The Myene cluster is a group of six closely related Northwestern Bantu
language varieties: Mpongwe, Orungu, Galwa, Adyumba, Nkomi and Enenga. All
Myene varieties are endangered, but in different ways and to a different
extent. Myene is not used in the media, nor in education and official
documents. Enenga was claimed to be dead. Persons who identify themselves
as being Enenga usually speak Galwa today. Fortunately, the team around
Mark Van de Velde was able to locate one speaker. The Adyumba variety is
moribund, being spoken only by isolated groups of older speakers. The
other varieties were thought to be vigorous at the outset of the
documentation project, but plans to document language acquisition had to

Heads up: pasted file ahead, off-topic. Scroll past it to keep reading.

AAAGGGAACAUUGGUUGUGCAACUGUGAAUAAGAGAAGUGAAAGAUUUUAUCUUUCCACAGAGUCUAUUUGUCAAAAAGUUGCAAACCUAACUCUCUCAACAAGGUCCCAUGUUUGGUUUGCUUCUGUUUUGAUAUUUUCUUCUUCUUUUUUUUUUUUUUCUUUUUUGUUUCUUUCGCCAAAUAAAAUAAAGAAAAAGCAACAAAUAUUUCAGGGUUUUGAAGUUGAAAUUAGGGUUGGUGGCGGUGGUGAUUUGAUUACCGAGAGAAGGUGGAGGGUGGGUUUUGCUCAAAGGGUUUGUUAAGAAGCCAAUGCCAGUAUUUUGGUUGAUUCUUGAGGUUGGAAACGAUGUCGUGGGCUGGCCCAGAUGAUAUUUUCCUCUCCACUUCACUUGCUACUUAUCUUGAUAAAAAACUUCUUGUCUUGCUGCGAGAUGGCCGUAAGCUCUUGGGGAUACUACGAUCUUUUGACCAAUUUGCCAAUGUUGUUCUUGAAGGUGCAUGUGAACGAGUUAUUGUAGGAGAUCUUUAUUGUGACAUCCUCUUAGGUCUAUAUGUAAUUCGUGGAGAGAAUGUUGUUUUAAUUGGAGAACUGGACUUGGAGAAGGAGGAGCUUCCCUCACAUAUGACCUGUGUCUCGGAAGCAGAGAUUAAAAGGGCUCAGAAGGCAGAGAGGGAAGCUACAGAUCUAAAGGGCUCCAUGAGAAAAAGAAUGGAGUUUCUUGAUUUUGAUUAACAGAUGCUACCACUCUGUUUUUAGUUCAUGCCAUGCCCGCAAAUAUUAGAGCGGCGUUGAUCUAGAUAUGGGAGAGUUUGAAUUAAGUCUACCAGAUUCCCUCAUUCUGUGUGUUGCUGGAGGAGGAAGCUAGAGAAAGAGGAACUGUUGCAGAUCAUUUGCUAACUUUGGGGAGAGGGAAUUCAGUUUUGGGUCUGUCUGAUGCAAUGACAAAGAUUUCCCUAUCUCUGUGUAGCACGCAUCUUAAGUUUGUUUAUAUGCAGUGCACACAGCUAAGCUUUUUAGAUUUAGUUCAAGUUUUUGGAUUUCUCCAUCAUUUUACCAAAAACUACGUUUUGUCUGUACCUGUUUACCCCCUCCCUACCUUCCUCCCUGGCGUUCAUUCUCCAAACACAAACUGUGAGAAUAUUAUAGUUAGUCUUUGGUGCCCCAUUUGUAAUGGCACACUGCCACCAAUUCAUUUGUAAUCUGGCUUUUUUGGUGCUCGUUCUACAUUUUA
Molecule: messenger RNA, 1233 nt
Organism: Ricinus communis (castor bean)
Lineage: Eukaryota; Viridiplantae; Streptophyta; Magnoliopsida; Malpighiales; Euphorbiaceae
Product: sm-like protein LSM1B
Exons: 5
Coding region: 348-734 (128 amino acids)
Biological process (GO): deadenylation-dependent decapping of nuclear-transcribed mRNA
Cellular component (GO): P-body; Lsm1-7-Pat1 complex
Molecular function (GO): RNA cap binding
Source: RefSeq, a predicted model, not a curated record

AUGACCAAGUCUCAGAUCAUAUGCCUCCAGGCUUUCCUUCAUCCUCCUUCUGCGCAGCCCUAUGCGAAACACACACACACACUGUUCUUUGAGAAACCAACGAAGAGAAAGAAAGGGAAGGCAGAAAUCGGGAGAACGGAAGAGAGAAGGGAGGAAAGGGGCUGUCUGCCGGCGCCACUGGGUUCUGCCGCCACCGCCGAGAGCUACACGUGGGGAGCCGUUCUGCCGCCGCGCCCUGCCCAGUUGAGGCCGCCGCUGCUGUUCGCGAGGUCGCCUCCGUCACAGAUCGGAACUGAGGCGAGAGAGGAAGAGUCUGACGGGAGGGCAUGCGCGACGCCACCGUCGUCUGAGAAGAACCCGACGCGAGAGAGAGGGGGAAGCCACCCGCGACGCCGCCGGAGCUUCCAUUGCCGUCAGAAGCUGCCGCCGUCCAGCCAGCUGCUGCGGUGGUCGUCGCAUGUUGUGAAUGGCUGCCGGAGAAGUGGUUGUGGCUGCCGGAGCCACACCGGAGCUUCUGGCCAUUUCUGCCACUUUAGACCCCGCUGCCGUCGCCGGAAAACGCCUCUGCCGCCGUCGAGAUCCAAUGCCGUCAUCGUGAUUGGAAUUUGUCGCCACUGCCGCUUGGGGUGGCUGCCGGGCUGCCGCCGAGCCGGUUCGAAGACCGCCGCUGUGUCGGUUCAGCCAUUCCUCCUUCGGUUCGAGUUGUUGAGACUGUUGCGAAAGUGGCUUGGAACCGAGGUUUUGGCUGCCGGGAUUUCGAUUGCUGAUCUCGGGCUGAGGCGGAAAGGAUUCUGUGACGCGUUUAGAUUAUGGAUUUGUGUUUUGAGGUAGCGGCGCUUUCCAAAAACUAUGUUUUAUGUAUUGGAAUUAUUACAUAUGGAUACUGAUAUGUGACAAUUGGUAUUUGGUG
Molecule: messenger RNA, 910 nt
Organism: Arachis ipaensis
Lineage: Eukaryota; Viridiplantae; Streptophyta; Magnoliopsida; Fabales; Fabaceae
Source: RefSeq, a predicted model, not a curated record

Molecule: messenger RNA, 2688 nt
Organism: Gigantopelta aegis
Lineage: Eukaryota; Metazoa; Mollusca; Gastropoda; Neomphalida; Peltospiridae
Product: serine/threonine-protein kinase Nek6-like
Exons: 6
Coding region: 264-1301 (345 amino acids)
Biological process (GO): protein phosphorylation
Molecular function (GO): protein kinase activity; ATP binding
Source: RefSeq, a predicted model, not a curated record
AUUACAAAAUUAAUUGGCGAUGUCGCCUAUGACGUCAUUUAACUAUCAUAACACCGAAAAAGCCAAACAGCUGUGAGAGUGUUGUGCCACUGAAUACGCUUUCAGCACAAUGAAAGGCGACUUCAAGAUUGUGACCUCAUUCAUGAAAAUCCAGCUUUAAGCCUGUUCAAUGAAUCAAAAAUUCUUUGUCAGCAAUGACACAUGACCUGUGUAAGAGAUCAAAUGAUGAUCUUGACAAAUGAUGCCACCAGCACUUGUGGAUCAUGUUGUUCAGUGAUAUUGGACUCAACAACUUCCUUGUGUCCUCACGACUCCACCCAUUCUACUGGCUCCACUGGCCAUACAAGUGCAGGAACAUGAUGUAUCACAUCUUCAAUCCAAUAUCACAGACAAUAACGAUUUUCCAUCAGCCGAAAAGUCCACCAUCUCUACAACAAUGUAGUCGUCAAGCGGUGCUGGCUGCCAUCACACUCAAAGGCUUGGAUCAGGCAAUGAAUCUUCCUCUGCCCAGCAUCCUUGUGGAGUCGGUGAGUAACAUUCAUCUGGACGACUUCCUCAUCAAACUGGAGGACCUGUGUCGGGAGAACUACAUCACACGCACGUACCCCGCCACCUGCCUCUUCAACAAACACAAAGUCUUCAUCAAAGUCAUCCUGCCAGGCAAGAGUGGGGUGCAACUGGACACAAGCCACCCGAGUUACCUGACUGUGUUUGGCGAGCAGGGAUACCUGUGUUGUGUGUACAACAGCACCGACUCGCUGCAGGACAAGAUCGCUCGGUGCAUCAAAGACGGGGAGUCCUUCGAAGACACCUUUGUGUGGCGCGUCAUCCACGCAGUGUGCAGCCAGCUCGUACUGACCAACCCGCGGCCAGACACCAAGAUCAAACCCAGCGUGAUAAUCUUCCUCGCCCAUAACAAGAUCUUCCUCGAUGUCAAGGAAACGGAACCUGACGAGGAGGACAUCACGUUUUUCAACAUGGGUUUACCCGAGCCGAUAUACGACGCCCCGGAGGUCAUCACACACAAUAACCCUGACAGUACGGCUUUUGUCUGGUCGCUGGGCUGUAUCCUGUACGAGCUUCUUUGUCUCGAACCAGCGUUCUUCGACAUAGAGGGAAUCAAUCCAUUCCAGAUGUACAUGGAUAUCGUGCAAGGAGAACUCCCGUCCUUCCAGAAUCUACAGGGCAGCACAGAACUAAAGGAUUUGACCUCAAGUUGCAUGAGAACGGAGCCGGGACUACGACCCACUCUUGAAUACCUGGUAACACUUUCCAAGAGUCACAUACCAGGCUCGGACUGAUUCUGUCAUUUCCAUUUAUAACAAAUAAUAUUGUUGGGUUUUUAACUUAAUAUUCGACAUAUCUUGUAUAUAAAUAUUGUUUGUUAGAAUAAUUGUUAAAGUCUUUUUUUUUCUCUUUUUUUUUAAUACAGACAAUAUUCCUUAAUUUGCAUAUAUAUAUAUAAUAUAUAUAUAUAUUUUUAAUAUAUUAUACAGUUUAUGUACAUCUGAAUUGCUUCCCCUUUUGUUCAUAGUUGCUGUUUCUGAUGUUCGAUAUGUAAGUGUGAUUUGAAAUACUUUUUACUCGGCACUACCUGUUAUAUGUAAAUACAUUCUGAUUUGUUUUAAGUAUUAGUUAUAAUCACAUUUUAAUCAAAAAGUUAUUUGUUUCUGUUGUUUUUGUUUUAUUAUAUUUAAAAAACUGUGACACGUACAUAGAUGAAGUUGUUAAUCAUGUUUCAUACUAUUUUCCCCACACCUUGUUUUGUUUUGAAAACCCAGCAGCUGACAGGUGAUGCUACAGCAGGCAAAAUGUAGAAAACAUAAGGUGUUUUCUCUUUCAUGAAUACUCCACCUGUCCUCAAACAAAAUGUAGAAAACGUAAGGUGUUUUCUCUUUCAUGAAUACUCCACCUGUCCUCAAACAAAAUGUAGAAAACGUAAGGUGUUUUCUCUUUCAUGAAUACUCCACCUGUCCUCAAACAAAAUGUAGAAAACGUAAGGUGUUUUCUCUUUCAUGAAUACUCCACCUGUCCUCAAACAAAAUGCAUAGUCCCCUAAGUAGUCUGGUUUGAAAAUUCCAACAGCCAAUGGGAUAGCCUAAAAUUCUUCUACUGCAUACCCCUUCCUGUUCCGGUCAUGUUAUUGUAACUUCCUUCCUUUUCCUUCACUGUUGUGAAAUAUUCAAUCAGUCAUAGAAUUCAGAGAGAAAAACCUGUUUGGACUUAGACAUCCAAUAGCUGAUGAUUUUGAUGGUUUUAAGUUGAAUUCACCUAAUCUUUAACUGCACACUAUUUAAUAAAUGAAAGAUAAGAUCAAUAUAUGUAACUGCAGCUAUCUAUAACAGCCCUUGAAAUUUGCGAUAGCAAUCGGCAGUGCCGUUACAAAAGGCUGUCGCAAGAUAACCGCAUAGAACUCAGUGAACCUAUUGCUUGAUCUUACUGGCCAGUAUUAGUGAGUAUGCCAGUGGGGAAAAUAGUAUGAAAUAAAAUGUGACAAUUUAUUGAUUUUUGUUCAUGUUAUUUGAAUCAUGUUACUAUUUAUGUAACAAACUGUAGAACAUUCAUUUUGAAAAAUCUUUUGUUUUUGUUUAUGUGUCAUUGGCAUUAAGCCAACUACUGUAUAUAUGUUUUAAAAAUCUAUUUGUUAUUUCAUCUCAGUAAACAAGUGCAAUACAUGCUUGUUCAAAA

be abandoned when it turned out that no children learning a Myene variety
as their mother tongue could be found. The documentation effort was
therefore enlarged from its original focus on Adyumba, to encompass the
six Myene varieties. The documentation gathered in 2010-2013 is currently
exploited for grammatical analysis and will be used as a test case for the
application of speech recognition and machine translation to the field of
documentary linguistics.